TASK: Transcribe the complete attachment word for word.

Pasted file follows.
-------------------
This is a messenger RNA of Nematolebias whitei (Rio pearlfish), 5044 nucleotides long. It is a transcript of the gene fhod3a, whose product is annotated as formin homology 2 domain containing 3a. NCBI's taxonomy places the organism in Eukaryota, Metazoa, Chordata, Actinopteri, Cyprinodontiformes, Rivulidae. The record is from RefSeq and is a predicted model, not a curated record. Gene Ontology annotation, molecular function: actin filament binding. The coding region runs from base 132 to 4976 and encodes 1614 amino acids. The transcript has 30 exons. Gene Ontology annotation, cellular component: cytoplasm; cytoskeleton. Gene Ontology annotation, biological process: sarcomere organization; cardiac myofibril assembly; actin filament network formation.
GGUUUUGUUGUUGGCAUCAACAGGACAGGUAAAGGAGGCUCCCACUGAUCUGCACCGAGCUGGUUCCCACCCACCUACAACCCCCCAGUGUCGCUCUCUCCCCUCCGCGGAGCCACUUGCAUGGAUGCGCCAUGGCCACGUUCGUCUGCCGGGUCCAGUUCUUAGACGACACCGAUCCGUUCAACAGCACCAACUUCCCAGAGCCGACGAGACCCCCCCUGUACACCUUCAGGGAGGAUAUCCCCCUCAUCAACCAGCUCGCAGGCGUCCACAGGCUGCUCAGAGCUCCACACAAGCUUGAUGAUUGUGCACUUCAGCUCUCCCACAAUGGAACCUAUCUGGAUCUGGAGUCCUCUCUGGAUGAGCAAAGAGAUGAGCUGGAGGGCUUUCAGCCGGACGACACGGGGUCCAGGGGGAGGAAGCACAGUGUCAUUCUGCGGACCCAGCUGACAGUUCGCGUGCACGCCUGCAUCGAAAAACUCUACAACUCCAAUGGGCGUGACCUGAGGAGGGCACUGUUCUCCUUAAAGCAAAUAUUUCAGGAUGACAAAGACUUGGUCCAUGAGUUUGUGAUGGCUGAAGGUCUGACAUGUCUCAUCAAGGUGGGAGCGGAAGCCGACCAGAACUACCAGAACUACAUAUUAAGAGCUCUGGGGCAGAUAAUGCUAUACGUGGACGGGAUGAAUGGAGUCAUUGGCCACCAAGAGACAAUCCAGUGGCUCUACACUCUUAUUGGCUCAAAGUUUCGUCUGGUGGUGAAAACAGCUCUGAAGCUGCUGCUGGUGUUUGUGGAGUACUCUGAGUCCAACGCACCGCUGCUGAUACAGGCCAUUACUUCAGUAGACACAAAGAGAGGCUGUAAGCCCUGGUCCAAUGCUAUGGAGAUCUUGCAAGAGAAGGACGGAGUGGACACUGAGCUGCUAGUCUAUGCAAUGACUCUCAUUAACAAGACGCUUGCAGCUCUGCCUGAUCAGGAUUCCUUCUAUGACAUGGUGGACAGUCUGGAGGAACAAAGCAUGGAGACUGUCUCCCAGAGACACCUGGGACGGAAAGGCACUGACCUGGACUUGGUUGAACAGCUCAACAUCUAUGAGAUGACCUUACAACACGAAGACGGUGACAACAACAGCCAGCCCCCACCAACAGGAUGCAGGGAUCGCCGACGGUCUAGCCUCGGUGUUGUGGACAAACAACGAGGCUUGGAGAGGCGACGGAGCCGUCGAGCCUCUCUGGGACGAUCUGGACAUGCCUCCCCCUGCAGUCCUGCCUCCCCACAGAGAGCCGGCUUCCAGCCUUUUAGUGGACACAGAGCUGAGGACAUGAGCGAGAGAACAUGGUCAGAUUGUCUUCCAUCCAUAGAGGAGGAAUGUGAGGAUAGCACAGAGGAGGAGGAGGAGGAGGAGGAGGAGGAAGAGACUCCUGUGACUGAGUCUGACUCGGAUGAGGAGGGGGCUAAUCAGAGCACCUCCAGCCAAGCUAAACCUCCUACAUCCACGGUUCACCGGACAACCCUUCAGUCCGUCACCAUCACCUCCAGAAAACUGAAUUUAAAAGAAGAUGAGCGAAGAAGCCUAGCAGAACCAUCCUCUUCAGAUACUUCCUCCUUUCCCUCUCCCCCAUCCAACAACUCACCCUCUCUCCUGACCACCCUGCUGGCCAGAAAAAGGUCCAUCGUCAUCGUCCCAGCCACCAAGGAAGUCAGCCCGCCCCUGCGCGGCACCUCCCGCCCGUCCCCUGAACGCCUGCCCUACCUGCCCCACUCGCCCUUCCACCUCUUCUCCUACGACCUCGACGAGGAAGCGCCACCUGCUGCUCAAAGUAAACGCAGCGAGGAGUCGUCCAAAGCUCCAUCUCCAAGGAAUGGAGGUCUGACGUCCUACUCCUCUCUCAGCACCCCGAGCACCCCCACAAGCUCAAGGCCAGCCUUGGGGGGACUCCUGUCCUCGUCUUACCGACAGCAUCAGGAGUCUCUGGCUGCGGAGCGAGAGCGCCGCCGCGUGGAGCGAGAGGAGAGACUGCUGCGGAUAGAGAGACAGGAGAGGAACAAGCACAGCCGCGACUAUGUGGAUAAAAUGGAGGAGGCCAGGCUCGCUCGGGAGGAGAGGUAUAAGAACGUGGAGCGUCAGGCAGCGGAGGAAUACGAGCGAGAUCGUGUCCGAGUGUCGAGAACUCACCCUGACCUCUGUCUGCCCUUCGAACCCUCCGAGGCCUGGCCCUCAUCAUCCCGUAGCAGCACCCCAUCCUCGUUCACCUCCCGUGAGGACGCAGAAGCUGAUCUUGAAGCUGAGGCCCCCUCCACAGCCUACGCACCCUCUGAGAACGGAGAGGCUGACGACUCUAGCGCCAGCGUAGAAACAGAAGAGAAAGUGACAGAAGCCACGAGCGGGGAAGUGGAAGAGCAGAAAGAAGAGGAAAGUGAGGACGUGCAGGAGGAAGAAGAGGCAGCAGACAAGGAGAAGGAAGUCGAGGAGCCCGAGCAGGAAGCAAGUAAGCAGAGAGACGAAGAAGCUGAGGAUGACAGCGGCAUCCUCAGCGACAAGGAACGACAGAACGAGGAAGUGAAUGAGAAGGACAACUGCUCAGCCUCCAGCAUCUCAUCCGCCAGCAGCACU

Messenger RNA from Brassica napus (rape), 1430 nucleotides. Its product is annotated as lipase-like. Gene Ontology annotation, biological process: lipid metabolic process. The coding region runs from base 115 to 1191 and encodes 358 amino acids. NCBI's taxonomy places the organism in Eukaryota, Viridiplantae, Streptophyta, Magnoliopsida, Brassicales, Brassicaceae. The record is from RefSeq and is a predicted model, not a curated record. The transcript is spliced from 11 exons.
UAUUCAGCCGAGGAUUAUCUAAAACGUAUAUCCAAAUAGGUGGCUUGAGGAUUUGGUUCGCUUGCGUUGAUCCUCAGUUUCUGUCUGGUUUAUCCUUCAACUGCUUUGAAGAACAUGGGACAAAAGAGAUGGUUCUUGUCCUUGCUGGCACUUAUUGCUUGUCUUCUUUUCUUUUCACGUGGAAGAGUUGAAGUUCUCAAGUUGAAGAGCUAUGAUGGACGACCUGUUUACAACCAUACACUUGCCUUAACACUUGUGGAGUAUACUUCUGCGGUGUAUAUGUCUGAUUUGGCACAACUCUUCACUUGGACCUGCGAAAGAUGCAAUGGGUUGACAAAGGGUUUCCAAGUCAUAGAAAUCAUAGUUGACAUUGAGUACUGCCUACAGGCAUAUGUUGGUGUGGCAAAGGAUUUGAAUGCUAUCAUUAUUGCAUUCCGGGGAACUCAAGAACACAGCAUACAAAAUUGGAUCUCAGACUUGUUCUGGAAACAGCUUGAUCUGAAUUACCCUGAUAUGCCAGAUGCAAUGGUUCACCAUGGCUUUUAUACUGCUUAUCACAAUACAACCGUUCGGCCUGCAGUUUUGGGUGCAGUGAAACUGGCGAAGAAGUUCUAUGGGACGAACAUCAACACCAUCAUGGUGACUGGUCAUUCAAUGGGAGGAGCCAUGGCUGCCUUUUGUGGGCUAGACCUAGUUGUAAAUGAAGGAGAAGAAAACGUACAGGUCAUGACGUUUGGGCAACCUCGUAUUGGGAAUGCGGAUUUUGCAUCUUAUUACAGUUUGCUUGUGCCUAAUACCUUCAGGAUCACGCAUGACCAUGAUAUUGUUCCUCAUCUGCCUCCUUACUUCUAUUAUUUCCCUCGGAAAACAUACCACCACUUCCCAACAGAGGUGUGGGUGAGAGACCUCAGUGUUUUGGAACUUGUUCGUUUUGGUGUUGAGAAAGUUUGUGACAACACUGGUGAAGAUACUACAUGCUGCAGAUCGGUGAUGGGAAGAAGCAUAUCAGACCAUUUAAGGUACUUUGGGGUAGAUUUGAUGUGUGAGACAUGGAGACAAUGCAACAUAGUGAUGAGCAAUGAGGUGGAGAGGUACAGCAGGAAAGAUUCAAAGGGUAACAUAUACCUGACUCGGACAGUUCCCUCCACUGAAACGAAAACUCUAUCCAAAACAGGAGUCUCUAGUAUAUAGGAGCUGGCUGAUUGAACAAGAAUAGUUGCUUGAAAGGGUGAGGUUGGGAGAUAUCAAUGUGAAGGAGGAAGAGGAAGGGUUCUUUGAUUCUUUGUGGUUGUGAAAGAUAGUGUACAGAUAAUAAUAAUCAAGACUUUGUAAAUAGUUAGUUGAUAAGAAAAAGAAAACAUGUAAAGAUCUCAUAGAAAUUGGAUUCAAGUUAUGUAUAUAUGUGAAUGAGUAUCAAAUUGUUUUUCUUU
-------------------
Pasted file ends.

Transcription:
This is a messenger RNA of Nematolebias whitei (Rio pearlfish), 5044 nucleotides long. It is a transcript of the gene fhod3a, whose product is annotated as formin homology 2 domain containing 3a. NCBI's taxonomy places the organism in Eukaryota, Metazoa, Chordata, Actinopteri, Cyprinodontiformes, Rivulidae. The record is from RefSeq and is a predicted model, not a curated record. Gene Ontology annotation, molecular function: actin filament binding. The coding region runs from base 132 to 4976 and encodes 1614 amino acids. The transcript has 30 exons. Gene Ontology annotation, cellular component: cytoplasm; cytoskeleton. Gene Ontology annotation, biological process: sarcomere organization; cardiac myofibril assembly; actin filament network formation.
GGUUUUGUUGUUGGCAUCAACAGGACAGGUAAAGGAGGCUCCCACUGAUCUGCACCGAGCUGGUUCCCACCCACCUACAACCCCCCAGUGUCGCUCUCUCCCCUCCGCGGAGCCACUUGCAUGGAUGCGCCAUGGCCACGUUCGUCUGCCGGGUCCAGUUCUUAGACGACACCGAUCCGUUCAACAGCACCAACUUCCCAGAGCCGACGAGACCCCCCCUGUACACCUUCAGGGAGGAUAUCCCCCUCAUCAACCAGCUCGCAGGCGUCCACAGGCUGCUCAGAGCUCCACACAAGCUUGAUGAUUGUGCACUUCAGCUCUCCCACAAUGGAACCUAUCUGGAUCUGGAGUCCUCUCUGGAUGAGCAAAGAGAUGAGCUGGAGGGCUUUCAGCCGGACGACACGGGGUCCAGGGGGAGGAAGCACAGUGUCAUUCUGCGGACCCAGCUGACAGUUCGCGUGCACGCCUGCAUCGAAAAACUCUACAACUCCAAUGGGCGUGACCUGAGGAGGGCACUGUUCUCCUUAAAGCAAAUAUUUCAGGAUGACAAAGACUUGGUCCAUGAGUUUGUGAUGGCUGAAGGUCUGACAUGUCUCAUCAAGGUGGGAGCGGAAGCCGACCAGAACUACCAGAACUACAUAUUAAGAGCUCUGGGGCAGAUAAUGCUAUACGUGGACGGGAUGAAUGGAGUCAUUGGCCACCAAGAGACAAUCCAGUGGCUCUACACUCUUAUUGGCUCAAAGUUUCGUCUGGUGGUGAAAACAGCUCUGAAGCUGCUGCUGGUGUUUGUGGAGUACUCUGAGUCCAACGCACCGCUGCUGAUACAGGCCAUUACUUCAGUAGACACAAAGAGAGGCUGUAAGCCCUGGUCCAAUGCUAUGGAGAUCUUGCAAGAGAAGGACGGAGUGGACACUGAGCUGCUAGUCUAUGCAAUGACUCUCAUUAACAAGACGCUUGCAGCUCUGCCUGAUCAGGAUUCCUUCUAUGACAUGGUGGACAGUCUGGAGGAACAAAGCAUGGAGACUGUCUCCCAGAGACACCUGGGACGGAAAGGCACUGACCUGGACUUGGUUGAACAGCUCAACAUCUAUGAGAUGACCUUACAACACGAAGACGGUGACAACAACAGCCAGCCCCCACCAACAGGAUGCAGGGAUCGCCGACGGUCUAGCCUCGGUGUUGUGGACAAACAACGAGGCUUGGAGAGGCGACGGAGCCGUCGAGCCUCUCUGGGACGAUCUGGACAUGCCUCCCCCUGCAGUCCUGCCUCCCCACAGAGAGCCGGCUUCCAGCCUUUUAGUGGACACAGAGCUGAGGACAUGAGCGAGAGAACAUGGUCAGAUUGUCUUCCAUCCAUAGAGGAGGAAUGUGAGGAUAGCACAGAGGAGGAGGAGGAGGAGGAGGAGGAGGAAGAGACUCCUGUGACUGAGUCUGACUCGGAUGAGGAGGGGGCUAAUCAGAGCACCUCCAGCCAAGCUAAACCUCCUACAUCCACGGUUCACCGGACAACCCUUCAGUCCGUCACCAUCACCUCCAGAAAACUGAAUUUAAAAGAAGAUGAGCGAAGAAGCCUAGCAGAACCAUCCUCUUCAGAUACUUCCUCCUUUCCCUCUCCCCCAUCCAACAACUCACCCUCUCUCCUGACCACCCUGCUGGCCAGAAAAAGGUCCAUCGUCAUCGUCCCAGCCACCAAGGAAGUCAGCCCGCCCCUGCGCGGCACCUCCCGCCCGUCCCCUGAACGCCUGCCCUACCUGCCCCACUCGCCCUUCCACCUCUUCUCCUACGACCUCGACGAGGAAGCGCCACCUGCUGCUCAAAGUAAACGCAGCGAGGAGUCGUCCAAAGCUCCAUCUCCAAGGAAUGGAGGUCUGACGUCCUACUCCUCUCUCAGCACCCCGAGCACCCCCACAAGCUCAAGGCCAGCCUUGGGGGGACUCCUGUCCUCGUCUUACCGACAGCAUCAGGAGUCUCUGGCUGCGGAGCGAGAGCGCCGCCGCGUGGAGCGAGAGGAGAGACUGCUGCGGAUAGAGAGACAGGAGAGGAACAAGCACAGCCGCGACUAUGUGGAUAAAAUGGAGGAGGCCAGGCUCGCUCGGGAGGAGAGGUAUAAGAACGUGGAGCGUCAGGCAGCGGAGGAAUACGAGCGAGAUCGUGUCCGAGUGUCGAGAACUCACCCUGACCUCUGUCUGCCCUUCGAACCCUCCGAGGCCUGGCCCUCAUCAUCCCGUAGCAGCACCCCAUCCUCGUUCACCUCCCGUGAGGACGCAGAAGCUGAUCUUGAAGCUGAGGCCCCCUCCACAGCCUACGCACCCUCUGAGAACGGAGAGGCUGACGACUCUAGCGCCAGCGUAGAAACAGAAGAGAAAGUGACAGAAGCCACGAGCGGGGAAGUGGAAGAGCAGAAAGAAGAGGAAAGUGAGGACGUGCAGGAGGAAGAAGAGGCAGCAGACAAGGAGAAGGAAGUCGAGGAGCCCGAGCAGGAAGCAAGUAAGCAGAGAGACGAAGAAGCUGAGGAUGACAGCGGCAUCCUCAGCGACAAGGAACGACAGAACGAGGAAGUGAAUGAGAAGGACAACUGCUCAGCCUCCAGCAUCUCAUCCGCCAGCAGCACU

Messenger RNA from Brassica napus (rape), 1430 nucleotides. Its product is annotated as lipase-like. Gene Ontology annotation, biological process: lipid metabolic process. The coding region runs from base 115 to 1191 and encodes 358 amino acids. NCBI's taxonomy places the organism in Eukaryota, Viridiplantae, Streptophyta, Magnoliopsida, Brassicales, Brassicaceae. The record is from RefSeq and is a predicted model, not a curated record. The transcript is spliced from 11 exons.
UAUUCAGCCGAGGAUUAUCUAAAACGUAUAUCCAAAUAGGUGGCUUGAGGAUUUGGUUCGCUUGCGUUGAUCCUCAGUUUCUGUCUGGUUUAUCCUUCAACUGCUUUGAAGAACAUGGGACAAAAGAGAUGGUUCUUGUCCUUGCUGGCACUUAUUGCUUGUCUUCUUUUCUUUUCACGUGGAAGAGUUGAAGUUCUCAAGUUGAAGAGCUAUGAUGGACGACCUGUUUACAACCAUACACUUGCCUUAACACUUGUGGAGUAUACUUCUGCGGUGUAUAUGUCUGAUUUGGCACAACUCUUCACUUGGACCUGCGAAAGAUGCAAUGGGUUGACAAAGGGUUUCCAAGUCAUAGAAAUCAUAGUUGACAUUGAGUACUGCCUACAGGCAUAUGUUGGUGUGGCAAAGGAUUUGAAUGCUAUCAUUAUUGCAUUCCGGGGAACUCAAGAACACAGCAUACAAAAUUGGAUCUCAGACUUGUUCUGGAAACAGCUUGAUCUGAAUUACCCUGAUAUGCCAGAUGCAAUGGUUCACCAUGGCUUUUAUACUGCUUAUCACAAUACAACCGUUCGGCCUGCAGUUUUGGGUGCAGUGAAACUGGCGAAGAAGUUCUAUGGGACGAACAUCAACACCAUCAUGGUGACUGGUCAUUCAAUGGGAGGAGCCAUGGCUGCCUUUUGUGGGCUAGACCUAGUUGUAAAUGAAGGAGAAGAAAACGUACAGGUCAUGACGUUUGGGCAACCUCGUAUUGGGAAUGCGGAUUUUGCAUCUUAUUACAGUUUGCUUGUGCCUAAUACCUUCAGGAUCACGCAUGACCAUGAUAUUGUUCCUCAUCUGCCUCCUUACUUCUAUUAUUUCCCUCGGAAAACAUACCACCACUUCCCAACAGAGGUGUGGGUGAGAGACCUCAGUGUUUUGGAACUUGUUCGUUUUGGUGUUGAGAAAGUUUGUGACAACACUGGUGAAGAUACUACAUGCUGCAGAUCGGUGAUGGGAAGAAGCAUAUCAGACCAUUUAAGGUACUUUGGGGUAGAUUUGAUGUGUGAGACAUGGAGACAAUGCAACAUAGUGAUGAGCAAUGAGGUGGAGAGGUACAGCAGGAAAGAUUCAAAGGGUAACAUAUACCUGACUCGGACAGUUCCCUCCACUGAAACGAAAACUCUAUCCAAAACAGGAGUCUCUAGUAUAUAGGAGCUGGCUGAUUGAACAAGAAUAGUUGCUUGAAAGGGUGAGGUUGGGAGAUAUCAAUGUGAAGGAGGAAGAGGAAGGGUUCUUUGAUUCUUUGUGGUUGUGAAAGAUAGUGUACAGAUAAUAAUAAUCAAGACUUUGUAAAUAGUUAGUUGAUAAGAAAAAGAAAACAUGUAAAGAUCUCAUAGAAAUUGGAUUCAAGUUAUGUAUAUAUGUGAAUGAGUAUCAAAUUGUUUUUCUUU